Food hobbyists might not be able to agree on much, but the proof is in the pudding (or, in the case of L.A., the ice cream and doughnuts): If the L.A. food scene is anything, it’s dynamic. Its continual evolution and adaptation enables aspiring chefs to jump into a restaurant, truck, cart or pop-up as though they're playing real-life Double Dutch.
This is due partly to straightforward financials. Compared with New York, the other main U.S. city where a starry-eyed chef might arrive with dreams of "Best of" accolades, it is less expensive to open a restaurant in L.A., wild as that may seem.
But there are intangibles that make Los Angeles a draw, too. As a city, we seem to be open to new ideas, be they about physical spaces (see: food trucks) or cuisine (see: We don't even call anything fusion here. It's just all fusion). Just as the city itself does, L.A.'s restaurants offer a mix of cuisines, styles and even opportunities.
So it’s no wonder that so many chefs find themselves choosing to build their careers — and often, open their own restaurants — in L.A. Though it’s highly competitive, the embrace of the creative spirit here means a potential to win big in terms of revenue, customer base and critical acclaim. And Los Angeles has become one of the country's main food destinations.
What exactly about the L.A. food scene appeals most to culinary professionals looking to grow their career and business? We spoke with local chef/restaurateurs Ted Hopson of the Bellwether, Erik Oberholtzer of Tender Greens and Jed Sanford of BlackHouse Hospitality Management to find out.
It’s often said that L.A. doesn’t have its own unique culture — yet while it may not have the history or clear demographics of other cities, L.A. offers something even better: an always-overlapping array of cultures and, in turn, cuisines. From ramen on Sawtelle to bánh mì in the SGV, Little Ethiopia's vegan food and fine French dining in Beverly Hills, L.A.’s culinary culture is best defined by its diversity.
Sanford, one of two partners behind BlackHouse Hospitality Management and its seven local restaurants, notes that he and his business partner — both are San Fernando Valley natives — see L.A. as a home base. But that’s not the only reason they chose to open Abigaile and subsequent concepts in and around L.A. It’s also due to the area’s cultural landscape, which Sanford says offers “a ton of opportunity for restaurateurs to try new things.”
Oberholtzer, who founded popular chain Tender Greens after transitioning away from fine dining, is not native to Southern California, but after moving here for a job as the executive chef at Shutters on the Beach, he knew he wanted to start the next chapter of his career in L.A. Oberholtzer and his partners decided to launch Tender Greens here as the city is “big, international, forward-thinking, dynamic, with great climate and a rich history.” He also believes that “people in L.A. are open, sophisticated, globally influenced in culture and cuisine.”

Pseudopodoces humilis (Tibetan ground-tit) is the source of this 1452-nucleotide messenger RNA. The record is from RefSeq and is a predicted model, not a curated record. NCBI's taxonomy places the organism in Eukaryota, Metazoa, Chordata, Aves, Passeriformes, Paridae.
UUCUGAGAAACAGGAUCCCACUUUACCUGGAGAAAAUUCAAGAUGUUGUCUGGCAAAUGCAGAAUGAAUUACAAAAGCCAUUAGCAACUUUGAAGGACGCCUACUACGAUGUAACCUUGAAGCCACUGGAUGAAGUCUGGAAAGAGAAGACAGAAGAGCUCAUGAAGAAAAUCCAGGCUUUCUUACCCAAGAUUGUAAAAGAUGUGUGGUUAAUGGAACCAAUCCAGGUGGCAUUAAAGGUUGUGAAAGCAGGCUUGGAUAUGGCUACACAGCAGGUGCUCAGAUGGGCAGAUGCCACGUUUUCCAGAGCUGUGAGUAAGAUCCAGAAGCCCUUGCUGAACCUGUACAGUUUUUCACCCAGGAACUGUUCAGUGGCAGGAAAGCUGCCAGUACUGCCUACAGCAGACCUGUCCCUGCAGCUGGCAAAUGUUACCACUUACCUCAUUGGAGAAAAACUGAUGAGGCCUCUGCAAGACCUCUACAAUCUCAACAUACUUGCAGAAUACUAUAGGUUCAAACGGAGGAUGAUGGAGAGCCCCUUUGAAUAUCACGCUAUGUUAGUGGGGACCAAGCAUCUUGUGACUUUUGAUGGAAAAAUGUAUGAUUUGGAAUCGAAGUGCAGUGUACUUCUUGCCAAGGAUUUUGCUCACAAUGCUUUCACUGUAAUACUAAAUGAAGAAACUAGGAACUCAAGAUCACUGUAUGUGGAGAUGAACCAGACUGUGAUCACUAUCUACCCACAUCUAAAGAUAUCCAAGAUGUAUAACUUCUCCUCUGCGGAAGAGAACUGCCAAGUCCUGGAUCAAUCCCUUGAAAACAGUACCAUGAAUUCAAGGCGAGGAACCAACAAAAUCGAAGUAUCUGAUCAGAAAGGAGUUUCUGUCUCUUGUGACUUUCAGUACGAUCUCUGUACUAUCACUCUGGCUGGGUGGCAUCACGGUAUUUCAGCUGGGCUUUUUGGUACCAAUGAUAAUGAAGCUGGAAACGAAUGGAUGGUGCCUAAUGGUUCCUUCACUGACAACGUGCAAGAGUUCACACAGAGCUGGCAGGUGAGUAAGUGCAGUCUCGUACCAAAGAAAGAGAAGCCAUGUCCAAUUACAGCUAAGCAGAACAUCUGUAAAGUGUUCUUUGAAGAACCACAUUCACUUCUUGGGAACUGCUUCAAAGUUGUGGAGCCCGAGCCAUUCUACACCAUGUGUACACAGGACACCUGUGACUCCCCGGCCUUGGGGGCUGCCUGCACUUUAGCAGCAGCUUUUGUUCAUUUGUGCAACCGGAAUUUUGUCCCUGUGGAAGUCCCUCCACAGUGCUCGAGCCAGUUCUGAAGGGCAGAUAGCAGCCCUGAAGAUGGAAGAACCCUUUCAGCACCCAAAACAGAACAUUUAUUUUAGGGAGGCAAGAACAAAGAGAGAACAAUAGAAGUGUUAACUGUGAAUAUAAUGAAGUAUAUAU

It’s pretty much impossible to examine any part of Los Angeles without considering the influence of Hollywood. Cuisine is no exception. Sitting in the hub of popular culture, restaurants in L.A., as well as the chefs behind them, can set trends, rise quickly to fame and influence the larger national and international restaurant landscapes.
This is especially true with the dawn of social media and its emergence as one of the most powerful tools for marketing, especially when it comes to food-centric social media. Restaurants and chefs in L.A. are at the center of this movement, and represent some of the most popular Instagram and Snapchat accounts in the game. The concept still sounds strange, perhaps even unnatural, but it's a huge part of getting a restaurant's name out into the world.
Says Oberholtzer, “L.A. has a lock on American pop culture. If you can create buzz here, you can grow very quickly.”
Think of it this way: Everyone with a smartphone has a handheld, self-determined marketing campaign at their fingertips.
Traditionally, the culinary landscape has been characterized by an atmospheric gap: Restaurants have fallen at either the uber-casual or uber-fancy end of the spectrum. Ted Hopson, who worked stints as the executive chef at Lukshon and Father’s Office before opening the Bellwether in 2015, recognizes that this divide became even more obvious after the recession, when “L.A. really lost a huge chunk of the high end of dining and gained an army of food trucks.”
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According to Hopson, this shift created a space for restaurants to fill this gap. “Now, years later, we have hit that middle ground.” This middle is what inspired Hopson to open the Bellwether, an example of what he calls “neighborhood places with amazing food — nothing pretentious, nothing too fancy, but really good.”
This space was also what, in many ways, set Tender Greens up for success. Oberholtzer says that the inspiration behind Tender Greens was creating a restaurant with “high-quality ingredients from local farmers markets, prepared with the skill of a chef, offered at an approachable price point in a comfortable, casual environment that felt like our neighborhood spot.”
These concepts, which meld chef-driven menus with a comfortable atmosphere, in many ways define the local culinary landscape and, as Hopson notes, “are really becoming the backbone of the L.A. dining scene.”
This backbone will grow stronger, and probably turn into an entire skeleton. L.A.'s chefs will determine how tall it grows.